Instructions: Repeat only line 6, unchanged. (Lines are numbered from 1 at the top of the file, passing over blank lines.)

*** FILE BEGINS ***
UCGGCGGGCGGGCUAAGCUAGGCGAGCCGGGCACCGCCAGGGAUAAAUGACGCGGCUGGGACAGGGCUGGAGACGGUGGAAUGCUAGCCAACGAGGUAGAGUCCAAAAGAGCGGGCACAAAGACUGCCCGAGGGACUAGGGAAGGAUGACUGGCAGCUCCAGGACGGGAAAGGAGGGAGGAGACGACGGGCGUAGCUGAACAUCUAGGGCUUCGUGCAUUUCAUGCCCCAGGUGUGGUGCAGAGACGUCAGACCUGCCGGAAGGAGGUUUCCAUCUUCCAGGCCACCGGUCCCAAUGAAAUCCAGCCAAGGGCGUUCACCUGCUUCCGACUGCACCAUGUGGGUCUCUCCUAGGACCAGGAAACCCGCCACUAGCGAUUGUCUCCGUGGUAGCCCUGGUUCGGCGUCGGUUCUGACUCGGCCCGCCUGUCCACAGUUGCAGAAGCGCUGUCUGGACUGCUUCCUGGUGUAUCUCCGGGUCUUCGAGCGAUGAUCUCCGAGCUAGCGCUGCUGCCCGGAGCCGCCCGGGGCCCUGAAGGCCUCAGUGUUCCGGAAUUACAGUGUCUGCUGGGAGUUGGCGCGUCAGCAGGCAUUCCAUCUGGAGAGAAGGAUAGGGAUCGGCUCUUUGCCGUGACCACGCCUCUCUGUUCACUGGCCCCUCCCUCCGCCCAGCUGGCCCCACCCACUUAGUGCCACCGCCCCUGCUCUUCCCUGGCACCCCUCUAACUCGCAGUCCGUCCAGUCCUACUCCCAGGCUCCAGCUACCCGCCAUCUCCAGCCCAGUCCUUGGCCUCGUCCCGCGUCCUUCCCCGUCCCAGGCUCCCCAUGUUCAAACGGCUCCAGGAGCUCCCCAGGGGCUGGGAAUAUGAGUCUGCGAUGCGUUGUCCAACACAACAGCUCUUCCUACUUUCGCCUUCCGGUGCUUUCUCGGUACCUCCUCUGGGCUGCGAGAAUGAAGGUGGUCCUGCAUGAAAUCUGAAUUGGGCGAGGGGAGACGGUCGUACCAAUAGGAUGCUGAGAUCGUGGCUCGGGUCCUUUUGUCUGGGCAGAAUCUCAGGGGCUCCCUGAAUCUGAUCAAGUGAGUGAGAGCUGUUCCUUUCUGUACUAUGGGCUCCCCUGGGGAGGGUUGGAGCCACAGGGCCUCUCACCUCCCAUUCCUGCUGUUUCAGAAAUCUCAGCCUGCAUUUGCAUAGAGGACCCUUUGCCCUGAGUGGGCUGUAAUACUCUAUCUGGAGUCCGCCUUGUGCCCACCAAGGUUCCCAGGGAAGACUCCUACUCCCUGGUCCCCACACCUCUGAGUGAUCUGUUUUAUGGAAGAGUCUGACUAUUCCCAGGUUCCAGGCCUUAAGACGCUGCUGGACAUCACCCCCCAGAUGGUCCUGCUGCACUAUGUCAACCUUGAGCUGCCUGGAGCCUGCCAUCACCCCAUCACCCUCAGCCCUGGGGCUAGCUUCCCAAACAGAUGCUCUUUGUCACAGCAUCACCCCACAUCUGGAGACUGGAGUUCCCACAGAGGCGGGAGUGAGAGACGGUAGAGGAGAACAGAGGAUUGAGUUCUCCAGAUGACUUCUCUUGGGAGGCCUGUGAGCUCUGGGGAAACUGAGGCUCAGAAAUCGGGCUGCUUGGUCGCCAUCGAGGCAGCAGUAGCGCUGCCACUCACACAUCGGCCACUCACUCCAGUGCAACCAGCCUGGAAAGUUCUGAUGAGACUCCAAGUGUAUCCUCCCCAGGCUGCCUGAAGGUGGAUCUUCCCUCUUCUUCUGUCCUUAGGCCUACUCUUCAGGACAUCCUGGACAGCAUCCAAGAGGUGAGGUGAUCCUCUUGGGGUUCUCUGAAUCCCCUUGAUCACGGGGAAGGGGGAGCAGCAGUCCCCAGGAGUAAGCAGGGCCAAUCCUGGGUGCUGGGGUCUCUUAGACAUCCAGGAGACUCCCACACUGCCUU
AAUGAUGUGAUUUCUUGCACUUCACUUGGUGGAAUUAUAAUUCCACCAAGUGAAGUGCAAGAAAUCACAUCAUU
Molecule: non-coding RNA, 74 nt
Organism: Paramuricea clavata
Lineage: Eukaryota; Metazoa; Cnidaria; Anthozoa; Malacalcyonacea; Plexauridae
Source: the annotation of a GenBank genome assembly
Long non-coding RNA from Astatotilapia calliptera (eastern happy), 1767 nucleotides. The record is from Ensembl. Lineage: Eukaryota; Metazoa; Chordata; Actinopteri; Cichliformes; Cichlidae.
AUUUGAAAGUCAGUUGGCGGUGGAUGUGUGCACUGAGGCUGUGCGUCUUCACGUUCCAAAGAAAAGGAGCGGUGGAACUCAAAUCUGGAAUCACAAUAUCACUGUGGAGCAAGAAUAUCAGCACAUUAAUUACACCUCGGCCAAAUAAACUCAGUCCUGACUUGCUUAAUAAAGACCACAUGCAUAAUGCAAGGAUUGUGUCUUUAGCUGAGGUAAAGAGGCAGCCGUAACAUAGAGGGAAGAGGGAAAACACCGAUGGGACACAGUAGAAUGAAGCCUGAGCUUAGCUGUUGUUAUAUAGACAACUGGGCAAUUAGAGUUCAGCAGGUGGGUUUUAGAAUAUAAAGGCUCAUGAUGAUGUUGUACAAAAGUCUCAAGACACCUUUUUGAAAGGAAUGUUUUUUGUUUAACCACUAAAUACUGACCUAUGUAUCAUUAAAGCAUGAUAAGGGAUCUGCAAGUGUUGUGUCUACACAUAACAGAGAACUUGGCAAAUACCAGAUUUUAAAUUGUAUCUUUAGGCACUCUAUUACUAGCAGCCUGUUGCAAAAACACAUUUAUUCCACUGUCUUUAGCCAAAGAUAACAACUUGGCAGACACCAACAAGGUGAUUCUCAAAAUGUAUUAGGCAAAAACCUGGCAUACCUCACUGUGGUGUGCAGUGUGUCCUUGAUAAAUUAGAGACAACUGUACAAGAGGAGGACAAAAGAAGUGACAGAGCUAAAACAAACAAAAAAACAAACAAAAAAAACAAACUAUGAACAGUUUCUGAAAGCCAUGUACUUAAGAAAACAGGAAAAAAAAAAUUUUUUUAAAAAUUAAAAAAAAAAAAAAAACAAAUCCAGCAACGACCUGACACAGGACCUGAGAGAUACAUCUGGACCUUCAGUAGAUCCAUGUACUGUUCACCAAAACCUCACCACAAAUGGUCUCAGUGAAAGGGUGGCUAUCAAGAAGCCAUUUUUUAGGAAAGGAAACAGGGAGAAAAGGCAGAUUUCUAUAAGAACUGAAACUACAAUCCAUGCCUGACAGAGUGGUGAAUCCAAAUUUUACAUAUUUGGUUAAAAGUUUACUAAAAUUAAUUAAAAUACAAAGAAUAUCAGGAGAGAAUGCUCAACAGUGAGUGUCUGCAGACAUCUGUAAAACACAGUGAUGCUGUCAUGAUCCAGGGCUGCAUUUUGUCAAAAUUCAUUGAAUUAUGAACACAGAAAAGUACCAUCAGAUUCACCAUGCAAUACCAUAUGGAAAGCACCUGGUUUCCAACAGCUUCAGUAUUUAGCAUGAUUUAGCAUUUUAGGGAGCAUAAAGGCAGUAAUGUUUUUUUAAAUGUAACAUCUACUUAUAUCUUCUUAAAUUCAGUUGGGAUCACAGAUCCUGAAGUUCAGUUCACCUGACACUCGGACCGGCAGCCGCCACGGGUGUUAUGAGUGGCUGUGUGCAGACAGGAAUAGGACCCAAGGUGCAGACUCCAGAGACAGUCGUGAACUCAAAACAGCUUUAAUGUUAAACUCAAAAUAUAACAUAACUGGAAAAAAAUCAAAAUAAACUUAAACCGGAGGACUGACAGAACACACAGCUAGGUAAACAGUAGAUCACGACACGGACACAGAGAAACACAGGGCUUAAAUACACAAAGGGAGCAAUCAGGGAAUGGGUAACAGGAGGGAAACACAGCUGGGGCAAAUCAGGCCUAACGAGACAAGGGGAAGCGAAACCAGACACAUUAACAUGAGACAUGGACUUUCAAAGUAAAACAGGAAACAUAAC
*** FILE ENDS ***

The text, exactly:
Source: the annotation of a GenBank genome assembly